- You may choose to invite another person to accompany you to be in the room with you during our session time together.
- You will always be respectfully draped with a top sheet or cover, or clothed.
- You may leave as much clothing on as you feel comfortable, including underwear, pants and shirt and I will do my best to provide your session by pressing through the cloth or work around the area.
- If at any time you feel at all uncomfortable during the session please tell me so I can address your needs. You may stop the session at any time or ask me to adjust the pressure, the style, the temperature, the music or any other variable of your session.
- For conditions such as sciatica, hip, and pelvis issues I may need to provide therapy to the areas surrounding your pelvis, buttocks, and hips. At no time whatsoever will I ever provide therapy to (or touch) your genitals.
- It is understood at no time whatsoever will I touch your breasts. The only time it might be beneficial to massage close to your breast tissue is if/when the muscles of your chest need to be released due to tightness of those muscles below your breast tissue. (Pectoral muscles)
- I may need to remove the covering of only the area of your body that I need to address, while the rest of your body stays covered. At anytime during the session, you can adjust the drape or ask for an additional blanket or sheet to provide more coverage.
At the end of the therapy session, you will complete the checklist below to confirm that you received a session where you felt safe, cared for, and respected.
As stated before, this agreement will insure both of us are protected.I look forward to serving you at the highest level!
Areas To Avoid In Today’s Therapy Session:
⃞ Abdomen (belly) ⃞ Face ⃞ Breasts ⃞ Gluteals (buttocks)
⃞ Leg from Knee up ⃞ Leg from Mid-Thigh up ⃞ Feet ⃞ Hands ⃞ Back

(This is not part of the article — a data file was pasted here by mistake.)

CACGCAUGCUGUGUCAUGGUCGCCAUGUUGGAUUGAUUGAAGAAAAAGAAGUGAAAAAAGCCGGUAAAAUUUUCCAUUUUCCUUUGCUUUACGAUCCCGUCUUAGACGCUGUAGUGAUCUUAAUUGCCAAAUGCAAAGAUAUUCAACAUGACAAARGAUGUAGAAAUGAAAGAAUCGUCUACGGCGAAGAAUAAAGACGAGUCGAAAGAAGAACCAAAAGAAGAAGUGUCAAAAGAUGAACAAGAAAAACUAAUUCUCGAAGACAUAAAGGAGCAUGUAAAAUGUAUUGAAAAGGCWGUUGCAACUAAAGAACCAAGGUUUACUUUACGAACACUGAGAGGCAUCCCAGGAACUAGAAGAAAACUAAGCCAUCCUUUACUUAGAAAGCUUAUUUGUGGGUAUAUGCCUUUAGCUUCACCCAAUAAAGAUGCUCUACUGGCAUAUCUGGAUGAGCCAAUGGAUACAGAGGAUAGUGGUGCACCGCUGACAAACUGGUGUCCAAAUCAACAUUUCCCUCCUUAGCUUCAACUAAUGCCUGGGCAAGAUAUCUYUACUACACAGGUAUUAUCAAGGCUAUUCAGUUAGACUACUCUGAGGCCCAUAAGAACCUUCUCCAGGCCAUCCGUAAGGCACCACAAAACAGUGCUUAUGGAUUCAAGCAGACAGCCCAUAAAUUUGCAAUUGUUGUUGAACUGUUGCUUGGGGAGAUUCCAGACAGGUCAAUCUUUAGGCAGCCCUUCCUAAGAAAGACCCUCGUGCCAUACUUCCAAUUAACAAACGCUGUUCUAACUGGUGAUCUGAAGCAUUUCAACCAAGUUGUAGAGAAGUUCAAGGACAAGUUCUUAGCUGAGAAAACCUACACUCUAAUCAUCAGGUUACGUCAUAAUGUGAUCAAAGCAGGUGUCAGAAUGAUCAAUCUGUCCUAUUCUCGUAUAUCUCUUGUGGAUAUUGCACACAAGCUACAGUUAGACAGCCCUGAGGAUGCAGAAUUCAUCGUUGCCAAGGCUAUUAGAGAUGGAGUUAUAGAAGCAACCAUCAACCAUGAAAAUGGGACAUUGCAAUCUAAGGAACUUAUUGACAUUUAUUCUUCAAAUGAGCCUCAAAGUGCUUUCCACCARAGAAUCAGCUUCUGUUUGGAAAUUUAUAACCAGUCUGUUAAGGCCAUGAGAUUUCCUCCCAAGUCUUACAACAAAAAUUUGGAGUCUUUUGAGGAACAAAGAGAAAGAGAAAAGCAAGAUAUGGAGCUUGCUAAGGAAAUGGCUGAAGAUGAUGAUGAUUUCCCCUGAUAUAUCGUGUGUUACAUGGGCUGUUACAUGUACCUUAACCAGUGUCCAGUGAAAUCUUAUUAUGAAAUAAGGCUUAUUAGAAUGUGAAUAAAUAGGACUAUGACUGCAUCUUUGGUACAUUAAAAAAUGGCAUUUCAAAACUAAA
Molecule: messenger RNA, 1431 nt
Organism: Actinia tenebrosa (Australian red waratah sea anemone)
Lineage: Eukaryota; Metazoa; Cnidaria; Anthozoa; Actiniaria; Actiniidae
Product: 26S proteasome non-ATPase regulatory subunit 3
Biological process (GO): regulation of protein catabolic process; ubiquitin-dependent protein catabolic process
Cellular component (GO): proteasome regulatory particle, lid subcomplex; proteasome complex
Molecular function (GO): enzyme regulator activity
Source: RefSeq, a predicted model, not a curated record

⃞ Neck ⃞ Shoulders ✅ Genitals ✅ Nipples
⃞ By asking you to avoid the above areas, I recognize I may compromise my clinical results.
Post Therapy Session Checklist:
⃞ I felt safe during my session
⃞ I felt my privacy and comfort was respected
⃞ I felt a professional trust from you as my therapist
Client Signature___________________________________ Date:_____________
YES, This is blatant!
Yes, this can intimidate some people!
Yes, you can take out the "nipple / genital" parts if you choose to use a PPBA!
I'm NOT A LAWYER, and I do know using a PPBA won't protect us legally or eliminate the chance that someone could accuse us of sexual assault.
I have no idea how this can/will be construed from a legal point.
SET YOURSELF APART:
What I DO KNOW is if you provide a PPBA to your clients at the start of each session until they feel completely comfortable with you -- it will be an effective way to send an absolutely clear message to your clients and patients that you ARE DIFFERENT from the therapists who would NEVER DREAM of providing a PPBA to their clients!
Only ethical, responsible, professional males (and possibly females) would have the confidence to confront the issue head-on.
Just as each of us use our own individualized Intake or Health History form and collect different data points in our practices, this PPBA can be modified for each person or clinic's use.
I think a PPBA is a good idea and will be using one in my Diamond Pain Relief & Wellness Center in San Francisco once I'm happy with the document structure and wording and run it by an attorney.
I believe if/when this sensitive topic is presented in the right way to a new client -- it will help them feel secure and safe rather than wondering if you're gonna be a sexual predator.
Let's use the comments below to discuss to figure out if a working PPBA document is appropriate for us as professionals to use in our solo clinics and possibly even have the franchises incorporate their own version of it, too.
If you like the PPBA as it is, now, PLEASE copy it
and use it in good health, with my blessings!
I look forward to collaborating with you on this so we all can contribute to making our industry safe for everyone!